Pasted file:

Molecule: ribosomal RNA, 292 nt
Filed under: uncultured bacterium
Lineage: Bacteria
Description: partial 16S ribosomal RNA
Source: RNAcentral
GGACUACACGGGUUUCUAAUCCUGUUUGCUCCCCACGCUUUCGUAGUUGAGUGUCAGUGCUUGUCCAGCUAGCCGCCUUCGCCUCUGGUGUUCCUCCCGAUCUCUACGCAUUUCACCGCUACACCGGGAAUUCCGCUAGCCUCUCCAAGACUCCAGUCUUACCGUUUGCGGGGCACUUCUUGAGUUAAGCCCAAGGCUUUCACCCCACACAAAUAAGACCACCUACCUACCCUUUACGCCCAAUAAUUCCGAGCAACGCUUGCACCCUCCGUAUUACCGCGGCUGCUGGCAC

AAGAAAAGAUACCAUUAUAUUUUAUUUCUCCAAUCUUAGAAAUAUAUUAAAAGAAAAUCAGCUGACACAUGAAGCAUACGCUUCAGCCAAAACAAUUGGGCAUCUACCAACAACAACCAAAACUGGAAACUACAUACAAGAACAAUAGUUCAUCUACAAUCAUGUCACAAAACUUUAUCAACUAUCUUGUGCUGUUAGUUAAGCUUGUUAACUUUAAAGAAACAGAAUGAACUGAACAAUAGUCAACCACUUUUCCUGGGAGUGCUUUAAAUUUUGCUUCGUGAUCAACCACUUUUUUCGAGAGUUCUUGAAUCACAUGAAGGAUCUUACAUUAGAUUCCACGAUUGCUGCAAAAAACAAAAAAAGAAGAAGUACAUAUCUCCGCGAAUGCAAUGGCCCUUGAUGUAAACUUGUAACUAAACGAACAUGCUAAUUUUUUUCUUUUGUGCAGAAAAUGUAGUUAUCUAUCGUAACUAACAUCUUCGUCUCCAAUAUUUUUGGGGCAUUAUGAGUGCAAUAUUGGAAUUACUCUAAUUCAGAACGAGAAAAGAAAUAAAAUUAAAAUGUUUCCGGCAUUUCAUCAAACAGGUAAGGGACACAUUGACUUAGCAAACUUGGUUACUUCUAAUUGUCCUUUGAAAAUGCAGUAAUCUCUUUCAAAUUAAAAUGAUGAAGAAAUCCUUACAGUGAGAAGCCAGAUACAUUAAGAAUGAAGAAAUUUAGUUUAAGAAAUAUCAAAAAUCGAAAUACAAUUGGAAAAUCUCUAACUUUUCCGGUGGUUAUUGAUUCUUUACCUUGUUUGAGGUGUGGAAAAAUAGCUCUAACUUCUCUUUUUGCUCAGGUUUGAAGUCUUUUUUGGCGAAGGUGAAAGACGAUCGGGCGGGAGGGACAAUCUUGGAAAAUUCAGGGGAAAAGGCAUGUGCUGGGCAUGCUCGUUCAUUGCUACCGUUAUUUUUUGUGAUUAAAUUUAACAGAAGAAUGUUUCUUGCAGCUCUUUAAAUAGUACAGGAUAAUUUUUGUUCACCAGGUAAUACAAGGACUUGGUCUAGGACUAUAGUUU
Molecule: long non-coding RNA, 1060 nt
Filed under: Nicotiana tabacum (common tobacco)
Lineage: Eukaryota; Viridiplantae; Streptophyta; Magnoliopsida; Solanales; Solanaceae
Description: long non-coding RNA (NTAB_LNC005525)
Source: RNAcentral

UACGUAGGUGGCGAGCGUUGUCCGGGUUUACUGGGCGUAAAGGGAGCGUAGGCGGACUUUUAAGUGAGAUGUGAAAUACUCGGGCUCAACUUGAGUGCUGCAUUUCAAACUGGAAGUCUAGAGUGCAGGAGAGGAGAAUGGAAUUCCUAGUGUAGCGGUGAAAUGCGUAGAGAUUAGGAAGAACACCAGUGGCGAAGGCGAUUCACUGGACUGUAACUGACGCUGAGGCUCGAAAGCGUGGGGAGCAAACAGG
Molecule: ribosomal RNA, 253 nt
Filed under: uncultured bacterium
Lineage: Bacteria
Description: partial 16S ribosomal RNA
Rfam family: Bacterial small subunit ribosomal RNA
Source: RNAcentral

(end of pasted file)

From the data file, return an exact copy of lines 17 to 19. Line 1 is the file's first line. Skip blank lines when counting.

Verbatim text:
Description: partial 16S ribosomal RNA
Rfam family: Bacterial small subunit ribosomal RNA
Source: RNAcentral